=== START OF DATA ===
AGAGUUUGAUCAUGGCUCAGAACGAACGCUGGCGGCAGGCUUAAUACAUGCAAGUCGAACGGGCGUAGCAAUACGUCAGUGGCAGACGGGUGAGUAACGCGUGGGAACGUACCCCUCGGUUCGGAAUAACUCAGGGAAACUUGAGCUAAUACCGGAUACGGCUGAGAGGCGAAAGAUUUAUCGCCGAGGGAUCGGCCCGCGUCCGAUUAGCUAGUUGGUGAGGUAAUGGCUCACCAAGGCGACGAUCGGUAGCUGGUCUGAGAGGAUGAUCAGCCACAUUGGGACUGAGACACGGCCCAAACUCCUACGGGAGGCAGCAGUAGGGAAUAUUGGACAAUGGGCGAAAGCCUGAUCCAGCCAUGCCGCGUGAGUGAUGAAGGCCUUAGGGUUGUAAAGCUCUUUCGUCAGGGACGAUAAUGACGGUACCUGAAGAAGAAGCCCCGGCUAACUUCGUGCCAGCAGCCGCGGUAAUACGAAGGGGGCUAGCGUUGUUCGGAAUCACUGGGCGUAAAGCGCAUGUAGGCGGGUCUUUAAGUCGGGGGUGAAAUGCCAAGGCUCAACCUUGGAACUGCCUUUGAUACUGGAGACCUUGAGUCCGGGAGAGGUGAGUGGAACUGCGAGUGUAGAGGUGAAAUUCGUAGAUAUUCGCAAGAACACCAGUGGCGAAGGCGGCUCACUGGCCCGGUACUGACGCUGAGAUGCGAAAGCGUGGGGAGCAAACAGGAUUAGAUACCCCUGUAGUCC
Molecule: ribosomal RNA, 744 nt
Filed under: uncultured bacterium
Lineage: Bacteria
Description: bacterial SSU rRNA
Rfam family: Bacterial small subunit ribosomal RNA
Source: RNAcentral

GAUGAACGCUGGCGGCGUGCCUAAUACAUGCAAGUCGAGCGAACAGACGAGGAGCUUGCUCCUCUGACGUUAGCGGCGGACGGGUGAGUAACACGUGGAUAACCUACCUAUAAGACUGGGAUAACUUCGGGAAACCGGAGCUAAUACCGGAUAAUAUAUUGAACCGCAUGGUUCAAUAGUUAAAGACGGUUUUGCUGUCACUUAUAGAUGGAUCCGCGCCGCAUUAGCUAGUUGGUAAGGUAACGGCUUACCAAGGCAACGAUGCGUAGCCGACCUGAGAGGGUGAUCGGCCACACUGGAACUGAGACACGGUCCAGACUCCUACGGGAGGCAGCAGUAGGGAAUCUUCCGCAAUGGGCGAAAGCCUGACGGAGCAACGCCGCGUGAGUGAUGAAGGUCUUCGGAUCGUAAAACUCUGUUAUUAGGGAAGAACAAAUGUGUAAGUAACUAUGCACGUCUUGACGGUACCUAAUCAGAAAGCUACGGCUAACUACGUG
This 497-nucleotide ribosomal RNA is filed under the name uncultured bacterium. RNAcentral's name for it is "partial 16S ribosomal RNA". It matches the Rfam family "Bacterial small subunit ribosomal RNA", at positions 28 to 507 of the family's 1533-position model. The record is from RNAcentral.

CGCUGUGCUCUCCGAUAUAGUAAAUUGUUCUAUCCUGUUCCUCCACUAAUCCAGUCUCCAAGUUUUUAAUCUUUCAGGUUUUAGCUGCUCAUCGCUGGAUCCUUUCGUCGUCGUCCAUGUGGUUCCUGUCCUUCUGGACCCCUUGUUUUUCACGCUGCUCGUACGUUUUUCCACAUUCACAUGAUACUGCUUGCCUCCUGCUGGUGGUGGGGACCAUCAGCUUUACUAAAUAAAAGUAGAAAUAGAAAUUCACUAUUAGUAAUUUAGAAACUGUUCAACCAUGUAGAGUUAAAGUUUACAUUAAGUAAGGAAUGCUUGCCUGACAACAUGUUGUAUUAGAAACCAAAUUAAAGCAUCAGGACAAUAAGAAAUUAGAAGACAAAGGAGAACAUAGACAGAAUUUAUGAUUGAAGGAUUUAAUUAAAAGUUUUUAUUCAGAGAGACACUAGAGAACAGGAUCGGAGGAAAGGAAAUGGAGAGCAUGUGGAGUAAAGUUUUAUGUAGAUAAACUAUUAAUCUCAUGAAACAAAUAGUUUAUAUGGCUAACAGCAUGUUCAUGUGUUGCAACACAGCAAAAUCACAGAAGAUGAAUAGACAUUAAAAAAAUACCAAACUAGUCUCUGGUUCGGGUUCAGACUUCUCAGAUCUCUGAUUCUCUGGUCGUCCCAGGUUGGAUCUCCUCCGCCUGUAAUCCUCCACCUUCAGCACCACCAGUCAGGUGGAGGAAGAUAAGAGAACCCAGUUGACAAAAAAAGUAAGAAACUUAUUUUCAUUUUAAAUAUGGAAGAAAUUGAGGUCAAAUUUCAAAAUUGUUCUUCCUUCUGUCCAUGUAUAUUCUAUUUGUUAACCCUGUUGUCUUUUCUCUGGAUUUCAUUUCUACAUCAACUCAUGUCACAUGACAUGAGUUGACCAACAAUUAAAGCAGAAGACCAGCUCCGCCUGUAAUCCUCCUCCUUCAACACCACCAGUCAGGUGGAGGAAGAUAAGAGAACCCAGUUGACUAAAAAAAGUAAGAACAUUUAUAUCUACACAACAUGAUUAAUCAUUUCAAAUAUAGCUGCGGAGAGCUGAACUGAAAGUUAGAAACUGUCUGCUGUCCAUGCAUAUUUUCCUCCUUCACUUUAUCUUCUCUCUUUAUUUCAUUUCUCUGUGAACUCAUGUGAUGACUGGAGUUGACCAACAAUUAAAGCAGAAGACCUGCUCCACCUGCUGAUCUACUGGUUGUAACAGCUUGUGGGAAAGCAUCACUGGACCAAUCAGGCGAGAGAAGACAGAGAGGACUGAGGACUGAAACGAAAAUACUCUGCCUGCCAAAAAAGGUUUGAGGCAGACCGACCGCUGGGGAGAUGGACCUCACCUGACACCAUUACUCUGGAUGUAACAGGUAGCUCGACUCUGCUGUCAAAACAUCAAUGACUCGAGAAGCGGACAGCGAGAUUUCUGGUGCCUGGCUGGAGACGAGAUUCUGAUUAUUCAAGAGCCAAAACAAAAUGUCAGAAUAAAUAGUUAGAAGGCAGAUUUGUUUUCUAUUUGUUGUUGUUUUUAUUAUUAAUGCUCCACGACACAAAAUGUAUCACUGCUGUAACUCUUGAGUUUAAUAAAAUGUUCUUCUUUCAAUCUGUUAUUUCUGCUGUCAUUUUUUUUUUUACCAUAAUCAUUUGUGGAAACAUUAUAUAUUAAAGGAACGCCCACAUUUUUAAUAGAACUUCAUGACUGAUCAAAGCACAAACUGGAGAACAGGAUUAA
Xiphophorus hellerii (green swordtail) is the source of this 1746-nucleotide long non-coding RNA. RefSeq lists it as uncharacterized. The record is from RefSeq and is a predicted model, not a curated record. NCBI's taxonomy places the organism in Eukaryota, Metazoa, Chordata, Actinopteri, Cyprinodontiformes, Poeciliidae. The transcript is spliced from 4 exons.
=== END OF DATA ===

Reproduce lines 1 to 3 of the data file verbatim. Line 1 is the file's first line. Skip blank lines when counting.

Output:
AGAGUUUGAUCAUGGCUCAGAACGAACGCUGGCGGCAGGCUUAAUACAUGCAAGUCGAACGGGCGUAGCAAUACGUCAGUGGCAGACGGGUGAGUAACGCGUGGGAACGUACCCCUCGGUUCGGAAUAACUCAGGGAAACUUGAGCUAAUACCGGAUACGGCUGAGAGGCGAAAGAUUUAUCGCCGAGGGAUCGGCCCGCGUCCGAUUAGCUAGUUGGUGAGGUAAUGGCUCACCAAGGCGACGAUCGGUAGCUGGUCUGAGAGGAUGAUCAGCCACAUUGGGACUGAGACACGGCCCAAACUCCUACGGGAGGCAGCAGUAGGGAAUAUUGGACAAUGGGCGAAAGCCUGAUCCAGCCAUGCCGCGUGAGUGAUGAAGGCCUUAGGGUUGUAAAGCUCUUUCGUCAGGGACGAUAAUGACGGUACCUGAAGAAGAAGCCCCGGCUAACUUCGUGCCAGCAGCCGCGGUAAUACGAAGGGGGCUAGCGUUGUUCGGAAUCACUGGGCGUAAAGCGCAUGUAGGCGGGUCUUUAAGUCGGGGGUGAAAUGCCAAGGCUCAACCUUGGAACUGCCUUUGAUACUGGAGACCUUGAGUCCGGGAGAGGUGAGUGGAACUGCGAGUGUAGAGGUGAAAUUCGUAGAUAUUCGCAAGAACACCAGUGGCGAAGGCGGCUCACUGGCCCGGUACUGACGCUGAGAUGCGAAAGCGUGGGGAGCAAACAGGAUUAGAUACCCCUGUAGUCC
Molecule: ribosomal RNA, 744 nt
Filed under: uncultured bacterium